Wednesday, June 3

Blood Red Bird

I AWOKE, BECAUSE OF the call of a bird in the middle of the night. It was not a rooster, or even a crow. The stranger’s bed was immediately apparent, because when you are asleep you do not notice the bed you are sleeping in; only when you are awake do you notice the differences between it and your own bed. The bird kept on calling, not singing, but calling this sound out through the night. It was not pleasant, and it had woken me up.
I had been asleep in my cousin’s old bed, in my uncle’s house for the weekend as I made my way south to get away from some things in my life. The trip was long. Their house was a welcome stop. My cousin had moved out some time ago leaving his sister alone with her parents. The bed was different to me, and all of its differences very accentuated to my body and senses, as one grows accustomed to their own bed. The sheets were old cotton, almost as old as he, I suspected, and worn to the threads. Little bobbles were all over it from the wash. My fingers played with the bobbles. The bird kept calling. I rolled back and forth, playing with the bobbles and hearing the bird calling. My thoughts drifted to something my uncle had said to me the night before, over dinner as we shared meatloaf and a bottle of wine. The smell of meatloaf hung in the kitchen. My aunt smiled and listened to my uncle and I discuss things, as we had not discussed things in a long time and I knew that he missed his sister, my mother. His moustache moved as he talked to me; his hands gesticulated with silver cutlery conducting in the light. I thought about what he had said. It was a lot to consider, and so tired was I and resistant of the thoughts that I got out of bed in my underwear, led, by my turgid sex, to the window sill where I looked out into the large garden of my uncle’s house.
I was shocked to see – at first scared and surprised – my cousin sitting on the grass in the darkness. In her lap was her cat. She was stroking it. She was sat in the grass in the dark. In summer the dark of night is not very dark but is deep blue like ocean, neither brutal nor inhospitable. They were drenched in blue. She sat there on the grass with the cat, stroking it. The cat was black and white, spotted. I could tell that the cat was enjoying being stroked, while its head flicked at the bird calling. What was my cousin doing awake, sitting on the grass? It must have been gone one.
I got back into bed, shooed away my thoughts and fell asleep.
In the morning I saw through the kitchen window that my uncle was out in the garden, watering his flowers from a long green hose that extended from his shed. In bare feet, embracing the warm morn, and with a coffee & smoke, I went out to the cherry tree, picked some within reach and went to him. I ate the sour cherries (mug steadied carefully on the ground), spat the stones into the grass and said—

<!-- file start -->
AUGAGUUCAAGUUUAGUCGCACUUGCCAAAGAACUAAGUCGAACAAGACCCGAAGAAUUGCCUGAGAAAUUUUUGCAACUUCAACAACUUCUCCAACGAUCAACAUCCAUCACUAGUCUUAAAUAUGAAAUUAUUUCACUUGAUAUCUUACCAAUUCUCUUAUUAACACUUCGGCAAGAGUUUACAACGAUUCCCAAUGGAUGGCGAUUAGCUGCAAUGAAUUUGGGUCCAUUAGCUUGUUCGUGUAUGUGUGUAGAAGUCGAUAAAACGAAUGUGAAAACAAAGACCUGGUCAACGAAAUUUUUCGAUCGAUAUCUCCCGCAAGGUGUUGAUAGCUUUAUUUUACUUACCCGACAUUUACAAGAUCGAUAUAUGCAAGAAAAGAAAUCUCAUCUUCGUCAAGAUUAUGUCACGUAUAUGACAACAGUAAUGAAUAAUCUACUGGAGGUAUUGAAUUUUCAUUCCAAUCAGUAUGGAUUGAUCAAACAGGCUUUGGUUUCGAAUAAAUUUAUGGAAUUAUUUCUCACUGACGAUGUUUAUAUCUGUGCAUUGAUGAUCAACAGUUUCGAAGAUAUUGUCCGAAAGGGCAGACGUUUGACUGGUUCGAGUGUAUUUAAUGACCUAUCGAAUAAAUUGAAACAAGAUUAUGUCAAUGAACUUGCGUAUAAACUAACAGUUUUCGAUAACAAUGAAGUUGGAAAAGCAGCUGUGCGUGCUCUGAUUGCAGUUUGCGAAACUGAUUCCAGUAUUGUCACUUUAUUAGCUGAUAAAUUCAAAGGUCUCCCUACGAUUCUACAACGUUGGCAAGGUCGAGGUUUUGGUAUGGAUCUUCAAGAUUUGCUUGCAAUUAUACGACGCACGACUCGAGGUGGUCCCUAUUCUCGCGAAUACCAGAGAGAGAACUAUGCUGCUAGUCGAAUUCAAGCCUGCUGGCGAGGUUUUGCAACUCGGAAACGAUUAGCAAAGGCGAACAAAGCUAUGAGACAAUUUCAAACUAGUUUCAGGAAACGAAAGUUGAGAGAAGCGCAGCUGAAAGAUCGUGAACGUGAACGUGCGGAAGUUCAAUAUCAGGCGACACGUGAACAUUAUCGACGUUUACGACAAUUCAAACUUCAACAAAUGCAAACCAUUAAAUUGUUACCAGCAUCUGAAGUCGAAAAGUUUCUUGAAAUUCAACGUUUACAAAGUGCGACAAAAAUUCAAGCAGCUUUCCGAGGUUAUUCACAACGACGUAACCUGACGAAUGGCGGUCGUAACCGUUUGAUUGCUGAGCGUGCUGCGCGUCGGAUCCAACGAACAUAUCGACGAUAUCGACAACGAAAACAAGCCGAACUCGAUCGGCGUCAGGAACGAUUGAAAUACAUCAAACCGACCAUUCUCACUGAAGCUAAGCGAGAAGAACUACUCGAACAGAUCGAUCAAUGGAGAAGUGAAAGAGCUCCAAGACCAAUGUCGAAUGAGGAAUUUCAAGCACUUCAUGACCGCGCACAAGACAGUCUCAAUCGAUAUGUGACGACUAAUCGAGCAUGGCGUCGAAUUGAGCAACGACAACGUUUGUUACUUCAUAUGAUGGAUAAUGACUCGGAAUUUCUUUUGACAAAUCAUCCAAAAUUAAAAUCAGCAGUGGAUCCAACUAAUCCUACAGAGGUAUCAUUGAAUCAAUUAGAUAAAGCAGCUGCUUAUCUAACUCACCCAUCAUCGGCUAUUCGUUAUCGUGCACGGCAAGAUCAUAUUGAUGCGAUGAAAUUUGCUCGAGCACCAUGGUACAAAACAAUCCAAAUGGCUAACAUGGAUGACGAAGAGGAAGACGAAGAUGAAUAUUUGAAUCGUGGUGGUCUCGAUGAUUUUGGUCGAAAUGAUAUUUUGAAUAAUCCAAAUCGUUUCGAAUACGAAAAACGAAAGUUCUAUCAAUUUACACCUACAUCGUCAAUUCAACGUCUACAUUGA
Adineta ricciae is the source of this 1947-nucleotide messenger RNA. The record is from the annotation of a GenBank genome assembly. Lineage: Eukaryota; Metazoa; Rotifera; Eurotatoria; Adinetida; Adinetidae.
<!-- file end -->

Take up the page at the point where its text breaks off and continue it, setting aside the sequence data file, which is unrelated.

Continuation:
‘Morning.’
‘Morning, son.’
I did not mind him calling me son, not at all; I disliked it very much when anyone else, excluding my father, called me ‘son.’
‘You all right?’
‘Yeah, you?’
‘Yeah, just watering the beds. It hasn’t rained much.’
‘I know, but I’m not complaining… but, then, I’m not a flower.’
He swished the hose water around. The hose water turned the light soil dark, like the night an ocean.
The cherries were sour, the coffee good—‘I was thinking about what you said last night, at dinner.’
‘What was that?’
‘About how life is cruel and the proof is because you have to watch your parents die and your children have to watch you die.’
Pause. Eyes down at the flowers.
‘What were you thinking about it? My own father, your grandfather, told me that.’
‘I was thinking that because it’s cruel, it’s not… you understand? Because we loved our parents and our parents loved us, life isn’t cruel. It’s just that last kick in the teeth that life has, and probably enjoys.’
He laughed. We laughed. The flowers laughed with some hose water thrown on them.
‘Exactly right, my boy.’
We stood and watched the hose water. The morning was light upon us. Birds sung in the trees and the leaves shimmered in the angled sun. It was a good morning. The coffee was good. About my feet were cherry stones; gnarled and flaps of flesh hanging on. He did not move the hose much, not around the bed. His garden was very big, I had never seen a garden so big, and around it were beds of flowers & shrubs, standing up and wobbling in the breeze.
‘You know that Lydia sits in the garden at night?’ I asked. It punctured the air, especially as I thought I was handing her in, giving away her game, perhaps spoiling her—‘She had Tibbet with her. The two of them were just sat on the grass over there.’ I pointed.
He shook the hose water—‘Yeah, I know. I seen her myself a couple of times. They just sit there for hours, as if there’s a sun in the sky to be bathing under.’
I smiled—‘It was very peaceful actually, just watching them… I woke up in the middle of the night and couldn’t get back to sleep, so I just watched them.’
He bent the hose in half, cutting the water—‘Ah, good luck to her. She loves that cat.’

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